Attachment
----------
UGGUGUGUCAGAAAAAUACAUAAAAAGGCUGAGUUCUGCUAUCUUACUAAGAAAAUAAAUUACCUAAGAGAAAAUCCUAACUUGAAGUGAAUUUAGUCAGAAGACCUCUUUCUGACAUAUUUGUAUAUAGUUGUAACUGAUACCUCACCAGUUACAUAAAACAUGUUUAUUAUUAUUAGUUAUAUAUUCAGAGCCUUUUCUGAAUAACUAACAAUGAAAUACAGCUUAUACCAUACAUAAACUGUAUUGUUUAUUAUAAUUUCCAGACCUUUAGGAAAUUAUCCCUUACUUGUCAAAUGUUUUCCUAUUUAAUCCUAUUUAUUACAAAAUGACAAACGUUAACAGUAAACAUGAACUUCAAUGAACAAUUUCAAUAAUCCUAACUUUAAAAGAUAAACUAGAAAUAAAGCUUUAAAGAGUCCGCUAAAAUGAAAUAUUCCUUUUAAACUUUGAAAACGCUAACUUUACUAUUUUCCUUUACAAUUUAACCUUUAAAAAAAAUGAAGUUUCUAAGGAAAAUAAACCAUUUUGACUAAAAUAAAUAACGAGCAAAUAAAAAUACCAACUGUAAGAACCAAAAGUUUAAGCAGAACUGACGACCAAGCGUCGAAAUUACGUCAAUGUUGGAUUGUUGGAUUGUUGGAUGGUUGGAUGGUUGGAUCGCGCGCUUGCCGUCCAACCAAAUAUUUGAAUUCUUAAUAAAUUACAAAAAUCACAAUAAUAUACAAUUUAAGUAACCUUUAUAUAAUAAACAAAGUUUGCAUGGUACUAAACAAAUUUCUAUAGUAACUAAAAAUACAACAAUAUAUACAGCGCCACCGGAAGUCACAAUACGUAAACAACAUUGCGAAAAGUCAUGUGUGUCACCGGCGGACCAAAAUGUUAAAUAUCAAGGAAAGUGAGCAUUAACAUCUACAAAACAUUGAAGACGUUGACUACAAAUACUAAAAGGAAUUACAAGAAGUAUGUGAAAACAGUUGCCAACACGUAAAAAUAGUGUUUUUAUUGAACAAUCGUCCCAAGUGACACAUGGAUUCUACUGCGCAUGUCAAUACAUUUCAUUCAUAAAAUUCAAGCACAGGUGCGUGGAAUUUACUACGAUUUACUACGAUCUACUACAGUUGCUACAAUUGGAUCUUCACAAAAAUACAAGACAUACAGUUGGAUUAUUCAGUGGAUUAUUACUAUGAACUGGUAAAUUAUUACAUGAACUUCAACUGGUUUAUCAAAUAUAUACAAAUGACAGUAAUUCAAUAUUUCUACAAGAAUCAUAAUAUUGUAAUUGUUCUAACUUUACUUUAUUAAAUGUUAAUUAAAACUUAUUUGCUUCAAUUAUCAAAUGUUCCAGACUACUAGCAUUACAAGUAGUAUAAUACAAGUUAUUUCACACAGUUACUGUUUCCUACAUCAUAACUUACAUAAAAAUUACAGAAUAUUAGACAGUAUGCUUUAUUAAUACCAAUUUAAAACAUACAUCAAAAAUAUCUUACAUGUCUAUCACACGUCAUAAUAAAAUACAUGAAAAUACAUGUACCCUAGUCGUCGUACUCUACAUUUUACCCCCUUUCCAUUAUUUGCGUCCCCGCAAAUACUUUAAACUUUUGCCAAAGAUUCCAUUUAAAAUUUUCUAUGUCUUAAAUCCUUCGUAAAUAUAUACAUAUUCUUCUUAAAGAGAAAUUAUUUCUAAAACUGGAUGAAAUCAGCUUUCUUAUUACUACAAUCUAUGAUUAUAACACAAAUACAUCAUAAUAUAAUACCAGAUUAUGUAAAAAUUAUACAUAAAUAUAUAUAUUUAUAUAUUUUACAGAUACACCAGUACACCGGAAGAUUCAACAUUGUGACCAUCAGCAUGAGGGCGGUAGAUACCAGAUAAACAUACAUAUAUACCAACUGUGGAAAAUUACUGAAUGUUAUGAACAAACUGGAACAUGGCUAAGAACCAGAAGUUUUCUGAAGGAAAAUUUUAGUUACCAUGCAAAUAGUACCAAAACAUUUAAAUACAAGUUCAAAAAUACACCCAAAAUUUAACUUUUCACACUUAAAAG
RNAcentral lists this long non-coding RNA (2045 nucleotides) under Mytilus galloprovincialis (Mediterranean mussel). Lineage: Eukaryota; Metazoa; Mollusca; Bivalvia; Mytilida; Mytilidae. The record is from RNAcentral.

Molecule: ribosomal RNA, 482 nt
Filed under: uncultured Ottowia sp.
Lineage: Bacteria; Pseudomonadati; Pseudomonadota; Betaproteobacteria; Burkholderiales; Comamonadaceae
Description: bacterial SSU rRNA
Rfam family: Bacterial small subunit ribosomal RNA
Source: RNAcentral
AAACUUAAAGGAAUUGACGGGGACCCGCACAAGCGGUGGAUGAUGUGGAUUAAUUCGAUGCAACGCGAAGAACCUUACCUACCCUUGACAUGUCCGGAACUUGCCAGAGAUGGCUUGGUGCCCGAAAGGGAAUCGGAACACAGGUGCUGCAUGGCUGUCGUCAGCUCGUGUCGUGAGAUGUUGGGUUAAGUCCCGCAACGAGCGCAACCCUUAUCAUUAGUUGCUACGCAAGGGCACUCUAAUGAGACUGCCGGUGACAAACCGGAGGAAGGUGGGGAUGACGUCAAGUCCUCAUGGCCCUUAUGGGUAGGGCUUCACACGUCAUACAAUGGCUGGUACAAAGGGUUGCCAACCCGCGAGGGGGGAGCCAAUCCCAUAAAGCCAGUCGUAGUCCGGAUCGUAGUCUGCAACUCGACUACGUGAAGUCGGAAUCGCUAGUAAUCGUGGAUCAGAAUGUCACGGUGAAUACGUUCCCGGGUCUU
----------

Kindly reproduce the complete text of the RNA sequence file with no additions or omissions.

UGGUGUGUCAGAAAAAUACAUAAAAAGGCUGAGUUCUGCUAUCUUACUAAGAAAAUAAAUUACCUAAGAGAAAAUCCUAACUUGAAGUGAAUUUAGUCAGAAGACCUCUUUCUGACAUAUUUGUAUAUAGUUGUAACUGAUACCUCACCAGUUACAUAAAACAUGUUUAUUAUUAUUAGUUAUAUAUUCAGAGCCUUUUCUGAAUAACUAACAAUGAAAUACAGCUUAUACCAUACAUAAACUGUAUUGUUUAUUAUAAUUUCCAGACCUUUAGGAAAUUAUCCCUUACUUGUCAAAUGUUUUCCUAUUUAAUCCUAUUUAUUACAAAAUGACAAACGUUAACAGUAAACAUGAACUUCAAUGAACAAUUUCAAUAAUCCUAACUUUAAAAGAUAAACUAGAAAUAAAGCUUUAAAGAGUCCGCUAAAAUGAAAUAUUCCUUUUAAACUUUGAAAACGCUAACUUUACUAUUUUCCUUUACAAUUUAACCUUUAAAAAAAAUGAAGUUUCUAAGGAAAAUAAACCAUUUUGACUAAAAUAAAUAACGAGCAAAUAAAAAUACCAACUGUAAGAACCAAAAGUUUAAGCAGAACUGACGACCAAGCGUCGAAAUUACGUCAAUGUUGGAUUGUUGGAUUGUUGGAUGGUUGGAUGGUUGGAUCGCGCGCUUGCCGUCCAACCAAAUAUUUGAAUUCUUAAUAAAUUACAAAAAUCACAAUAAUAUACAAUUUAAGUAACCUUUAUAUAAUAAACAAAGUUUGCAUGGUACUAAACAAAUUUCUAUAGUAACUAAAAAUACAACAAUAUAUACAGCGCCACCGGAAGUCACAAUACGUAAACAACAUUGCGAAAAGUCAUGUGUGUCACCGGCGGACCAAAAUGUUAAAUAUCAAGGAAAGUGAGCAUUAACAUCUACAAAACAUUGAAGACGUUGACUACAAAUACUAAAAGGAAUUACAAGAAGUAUGUGAAAACAGUUGCCAACACGUAAAAAUAGUGUUUUUAUUGAACAAUCGUCCCAAGUGACACAUGGAUUCUACUGCGCAUGUCAAUACAUUUCAUUCAUAAAAUUCAAGCACAGGUGCGUGGAAUUUACUACGAUUUACUACGAUCUACUACAGUUGCUACAAUUGGAUCUUCACAAAAAUACAAGACAUACAGUUGGAUUAUUCAGUGGAUUAUUACUAUGAACUGGUAAAUUAUUACAUGAACUUCAACUGGUUUAUCAAAUAUAUACAAAUGACAGUAAUUCAAUAUUUCUACAAGAAUCAUAAUAUUGUAAUUGUUCUAACUUUACUUUAUUAAAUGUUAAUUAAAACUUAUUUGCUUCAAUUAUCAAAUGUUCCAGACUACUAGCAUUACAAGUAGUAUAAUACAAGUUAUUUCACACAGUUACUGUUUCCUACAUCAUAACUUACAUAAAAAUUACAGAAUAUUAGACAGUAUGCUUUAUUAAUACCAAUUUAAAACAUACAUCAAAAAUAUCUUACAUGUCUAUCACACGUCAUAAUAAAAUACAUGAAAAUACAUGUACCCUAGUCGUCGUACUCUACAUUUUACCCCCUUUCCAUUAUUUGCGUCCCCGCAAAUACUUUAAACUUUUGCCAAAGAUUCCAUUUAAAAUUUUCUAUGUCUUAAAUCCUUCGUAAAUAUAUACAUAUUCUUCUUAAAGAGAAAUUAUUUCUAAAACUGGAUGAAAUCAGCUUUCUUAUUACUACAAUCUAUGAUUAUAACACAAAUACAUCAUAAUAUAAUACCAGAUUAUGUAAAAAUUAUACAUAAAUAUAUAUAUUUAUAUAUUUUACAGAUACACCAGUACACCGGAAGAUUCAACAUUGUGACCAUCAGCAUGAGGGCGGUAGAUACCAGAUAAACAUACAUAUAUACCAACUGUGGAAAAUUACUGAAUGUUAUGAACAAACUGGAACAUGGCUAAGAACCAGAAGUUUUCUGAAGGAAAAUUUUAGUUACCAUGCAAAUAGUACCAAAACAUUUAAAUACAAGUUCAAAAAUACACCCAAAAUUUAACUUUUCACACUUAAAAG
RNAcentral lists this long non-coding RNA (2045 nucleotides) under Mytilus galloprovincialis (Mediterranean mussel). Lineage: Eukaryota; Metazoa; Mollusca; Bivalvia; Mytilida; Mytilidae. The record is from RNAcentral.

Molecule: ribosomal RNA, 482 nt
Filed under: uncultured Ottowia sp.
Lineage: Bacteria; Pseudomonadati; Pseudomonadota; Betaproteobacteria; Burkholderiales; Comamonadaceae
Description: bacterial SSU rRNA
Rfam family: Bacterial small subunit ribosomal RNA
Source: RNAcentral
AAACUUAAAGGAAUUGACGGGGACCCGCACAAGCGGUGGAUGAUGUGGAUUAAUUCGAUGCAACGCGAAGAACCUUACCUACCCUUGACAUGUCCGGAACUUGCCAGAGAUGGCUUGGUGCCCGAAAGGGAAUCGGAACACAGGUGCUGCAUGGCUGUCGUCAGCUCGUGUCGUGAGAUGUUGGGUUAAGUCCCGCAACGAGCGCAACCCUUAUCAUUAGUUGCUACGCAAGGGCACUCUAAUGAGACUGCCGGUGACAAACCGGAGGAAGGUGGGGAUGACGUCAAGUCCUCAUGGCCCUUAUGGGUAGGGCUUCACACGUCAUACAAUGGCUGGUACAAAGGGUUGCCAACCCGCGAGGGGGGAGCCAAUCCCAUAAAGCCAGUCGUAGUCCGGAUCGUAGUCUGCAACUCGACUACGUGAAGUCGGAAUCGCUAGUAAUCGUGGAUCAGAAUGUCACGGUGAAUACGUUCCCGGGUCUU